The Hundredth Meridian

The Centaur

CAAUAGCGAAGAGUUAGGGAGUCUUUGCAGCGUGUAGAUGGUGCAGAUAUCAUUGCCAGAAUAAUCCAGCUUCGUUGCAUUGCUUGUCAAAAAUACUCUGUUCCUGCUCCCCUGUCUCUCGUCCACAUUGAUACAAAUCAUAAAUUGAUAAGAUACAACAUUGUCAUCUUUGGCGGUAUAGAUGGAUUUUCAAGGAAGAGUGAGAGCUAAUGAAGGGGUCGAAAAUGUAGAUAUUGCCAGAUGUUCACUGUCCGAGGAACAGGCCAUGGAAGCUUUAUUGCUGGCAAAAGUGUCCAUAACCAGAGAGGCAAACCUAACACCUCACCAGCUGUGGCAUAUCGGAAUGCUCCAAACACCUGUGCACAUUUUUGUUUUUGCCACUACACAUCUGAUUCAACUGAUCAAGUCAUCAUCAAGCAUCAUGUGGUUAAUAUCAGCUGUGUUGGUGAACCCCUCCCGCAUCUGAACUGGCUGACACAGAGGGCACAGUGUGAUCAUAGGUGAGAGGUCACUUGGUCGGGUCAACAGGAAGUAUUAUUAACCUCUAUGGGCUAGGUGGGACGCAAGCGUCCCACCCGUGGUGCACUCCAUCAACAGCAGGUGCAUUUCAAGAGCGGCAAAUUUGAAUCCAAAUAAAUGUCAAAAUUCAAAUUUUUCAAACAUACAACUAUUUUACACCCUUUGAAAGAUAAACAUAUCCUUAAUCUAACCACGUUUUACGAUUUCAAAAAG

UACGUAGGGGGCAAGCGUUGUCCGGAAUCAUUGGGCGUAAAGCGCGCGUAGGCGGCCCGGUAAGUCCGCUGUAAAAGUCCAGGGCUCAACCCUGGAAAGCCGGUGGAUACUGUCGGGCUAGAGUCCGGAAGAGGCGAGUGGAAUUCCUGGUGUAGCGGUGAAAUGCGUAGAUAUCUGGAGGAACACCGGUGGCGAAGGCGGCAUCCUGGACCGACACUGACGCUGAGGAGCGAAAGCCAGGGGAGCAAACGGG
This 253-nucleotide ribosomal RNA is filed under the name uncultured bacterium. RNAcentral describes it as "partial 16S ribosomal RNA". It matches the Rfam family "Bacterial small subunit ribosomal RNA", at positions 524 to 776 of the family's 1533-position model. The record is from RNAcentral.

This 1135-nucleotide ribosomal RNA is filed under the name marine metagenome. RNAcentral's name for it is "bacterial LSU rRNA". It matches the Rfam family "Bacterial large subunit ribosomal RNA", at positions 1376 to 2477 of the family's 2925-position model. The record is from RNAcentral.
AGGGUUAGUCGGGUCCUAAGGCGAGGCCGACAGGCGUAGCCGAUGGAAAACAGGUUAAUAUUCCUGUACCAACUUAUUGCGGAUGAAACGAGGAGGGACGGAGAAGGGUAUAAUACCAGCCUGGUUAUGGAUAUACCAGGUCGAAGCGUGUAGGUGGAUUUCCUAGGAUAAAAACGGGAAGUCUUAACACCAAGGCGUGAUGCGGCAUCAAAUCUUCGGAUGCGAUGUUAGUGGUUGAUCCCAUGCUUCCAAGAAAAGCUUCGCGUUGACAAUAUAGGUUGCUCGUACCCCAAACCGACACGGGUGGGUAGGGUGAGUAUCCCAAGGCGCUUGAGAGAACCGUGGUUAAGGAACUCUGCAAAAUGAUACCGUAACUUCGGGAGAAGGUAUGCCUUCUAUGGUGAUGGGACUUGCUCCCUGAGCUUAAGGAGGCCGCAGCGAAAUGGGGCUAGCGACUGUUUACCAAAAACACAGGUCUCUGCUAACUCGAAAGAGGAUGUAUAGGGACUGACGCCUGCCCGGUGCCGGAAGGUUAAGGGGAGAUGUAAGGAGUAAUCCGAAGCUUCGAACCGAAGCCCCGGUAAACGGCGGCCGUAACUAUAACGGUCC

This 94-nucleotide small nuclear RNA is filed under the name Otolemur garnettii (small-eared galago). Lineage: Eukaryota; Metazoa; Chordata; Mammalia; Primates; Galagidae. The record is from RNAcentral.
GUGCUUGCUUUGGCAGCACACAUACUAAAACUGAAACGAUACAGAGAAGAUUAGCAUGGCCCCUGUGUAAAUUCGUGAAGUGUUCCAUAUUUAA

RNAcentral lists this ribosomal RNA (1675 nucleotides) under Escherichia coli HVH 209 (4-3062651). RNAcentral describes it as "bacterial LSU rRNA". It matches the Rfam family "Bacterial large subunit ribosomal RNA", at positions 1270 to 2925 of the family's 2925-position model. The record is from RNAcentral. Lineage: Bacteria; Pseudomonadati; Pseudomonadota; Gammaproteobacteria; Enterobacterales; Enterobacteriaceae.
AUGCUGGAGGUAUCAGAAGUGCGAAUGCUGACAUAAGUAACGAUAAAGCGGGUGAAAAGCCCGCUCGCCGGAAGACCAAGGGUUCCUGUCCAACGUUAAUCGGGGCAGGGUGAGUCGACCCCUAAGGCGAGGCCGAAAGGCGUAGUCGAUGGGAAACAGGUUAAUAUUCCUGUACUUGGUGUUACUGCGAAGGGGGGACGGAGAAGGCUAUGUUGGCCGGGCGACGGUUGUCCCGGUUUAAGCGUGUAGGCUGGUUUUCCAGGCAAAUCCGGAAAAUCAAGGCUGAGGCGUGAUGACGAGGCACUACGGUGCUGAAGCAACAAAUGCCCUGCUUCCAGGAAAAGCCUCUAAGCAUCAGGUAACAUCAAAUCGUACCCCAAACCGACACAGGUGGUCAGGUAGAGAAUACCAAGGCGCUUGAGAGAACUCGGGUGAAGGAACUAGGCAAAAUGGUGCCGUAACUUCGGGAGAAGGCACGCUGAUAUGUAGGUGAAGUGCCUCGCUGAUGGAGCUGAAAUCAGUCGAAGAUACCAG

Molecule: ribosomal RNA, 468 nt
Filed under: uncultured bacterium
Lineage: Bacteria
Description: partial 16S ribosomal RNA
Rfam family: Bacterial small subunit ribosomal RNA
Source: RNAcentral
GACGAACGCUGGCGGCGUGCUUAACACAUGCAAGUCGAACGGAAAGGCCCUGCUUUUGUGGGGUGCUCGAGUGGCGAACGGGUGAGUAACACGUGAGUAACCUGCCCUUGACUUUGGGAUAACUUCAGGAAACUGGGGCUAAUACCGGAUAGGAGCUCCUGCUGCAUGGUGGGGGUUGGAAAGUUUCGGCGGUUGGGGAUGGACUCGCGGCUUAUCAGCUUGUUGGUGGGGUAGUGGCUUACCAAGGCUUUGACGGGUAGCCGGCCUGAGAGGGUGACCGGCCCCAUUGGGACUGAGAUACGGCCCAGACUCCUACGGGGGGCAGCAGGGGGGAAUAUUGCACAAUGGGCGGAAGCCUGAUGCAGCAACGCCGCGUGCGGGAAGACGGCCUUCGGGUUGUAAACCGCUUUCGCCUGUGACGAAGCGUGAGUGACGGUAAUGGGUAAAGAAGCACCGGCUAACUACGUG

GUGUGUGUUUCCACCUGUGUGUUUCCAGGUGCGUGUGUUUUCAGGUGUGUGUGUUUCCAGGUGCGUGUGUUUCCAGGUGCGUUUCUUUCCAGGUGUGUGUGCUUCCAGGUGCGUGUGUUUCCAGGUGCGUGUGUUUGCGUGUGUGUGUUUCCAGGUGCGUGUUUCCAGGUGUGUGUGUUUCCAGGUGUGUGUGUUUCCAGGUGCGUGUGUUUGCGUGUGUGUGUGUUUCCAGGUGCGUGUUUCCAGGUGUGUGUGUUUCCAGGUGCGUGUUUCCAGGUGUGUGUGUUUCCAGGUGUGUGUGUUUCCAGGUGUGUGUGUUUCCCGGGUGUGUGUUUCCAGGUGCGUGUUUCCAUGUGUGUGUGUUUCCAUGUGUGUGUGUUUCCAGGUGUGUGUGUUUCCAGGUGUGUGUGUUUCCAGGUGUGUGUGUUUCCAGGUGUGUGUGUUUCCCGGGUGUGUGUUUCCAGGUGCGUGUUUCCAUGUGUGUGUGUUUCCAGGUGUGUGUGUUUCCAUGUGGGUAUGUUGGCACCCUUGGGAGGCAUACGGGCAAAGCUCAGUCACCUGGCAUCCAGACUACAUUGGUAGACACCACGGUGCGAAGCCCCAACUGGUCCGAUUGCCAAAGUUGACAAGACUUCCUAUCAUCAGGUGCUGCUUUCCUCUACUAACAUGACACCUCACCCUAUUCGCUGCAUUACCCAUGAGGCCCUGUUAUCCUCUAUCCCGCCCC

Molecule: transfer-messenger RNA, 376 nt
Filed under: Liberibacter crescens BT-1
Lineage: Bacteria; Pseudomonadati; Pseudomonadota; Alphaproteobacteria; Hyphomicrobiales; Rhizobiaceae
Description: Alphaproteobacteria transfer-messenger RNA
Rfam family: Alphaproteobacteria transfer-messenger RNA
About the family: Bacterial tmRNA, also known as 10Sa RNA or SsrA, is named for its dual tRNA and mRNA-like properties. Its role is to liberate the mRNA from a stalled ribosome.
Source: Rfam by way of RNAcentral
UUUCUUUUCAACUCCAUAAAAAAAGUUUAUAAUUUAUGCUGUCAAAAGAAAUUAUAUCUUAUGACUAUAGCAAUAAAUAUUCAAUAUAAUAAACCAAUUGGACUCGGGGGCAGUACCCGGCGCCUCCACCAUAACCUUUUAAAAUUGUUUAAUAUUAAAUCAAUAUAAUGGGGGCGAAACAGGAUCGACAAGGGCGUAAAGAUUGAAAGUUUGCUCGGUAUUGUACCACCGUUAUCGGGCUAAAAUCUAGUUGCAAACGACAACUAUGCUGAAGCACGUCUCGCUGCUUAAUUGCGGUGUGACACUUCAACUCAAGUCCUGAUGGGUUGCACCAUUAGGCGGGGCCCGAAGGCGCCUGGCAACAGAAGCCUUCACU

I used to make fun of them, those barelegged, ball-capped figures grunting under the weight of 90-pound loads giving them the appearance of Neil Armstrong on the moon or a man bearing his own coffin on his back: tall, headless silhouettes lurching from around a bend in the trail to dispel the illusion of primordial wilderness and scare the horse apples out of seasoned stock. So what am I doing trudging the hills above Laramie, a Kelty pack filled with 65 pounds of rocks and assorted trash sawing my shoulders and pounding my kidneys, in 42-degree weather with the wind blowing 3 5 miles an hour out of the northeast? It's Tom Sheeley's fault for having talked me into making a trip off the North Rim of the Grand Canyon from which horses are barred by the National Park Service, along with the firearms required to put the less surefooted animals out of their misery. You actually need a PERMIT to 50 down there yourself—pay good money to the U.S. government 2,500 miles away in Washington, D.C., for the privilege of packing cases of wine and beer in on your own knotted-up, broken-down pack. It isn't her bailiwick, of course, but expect to speak firmly to Sheeley's old buddy Maddy Albright when she shows up with the rest of the gang from Flagstaff the Jacob's Lake Inn at three o'clock in the afternoon of April 13. "Who was your Somalian waiter last year?" I'll ask her. The State Department wouldn't treat...

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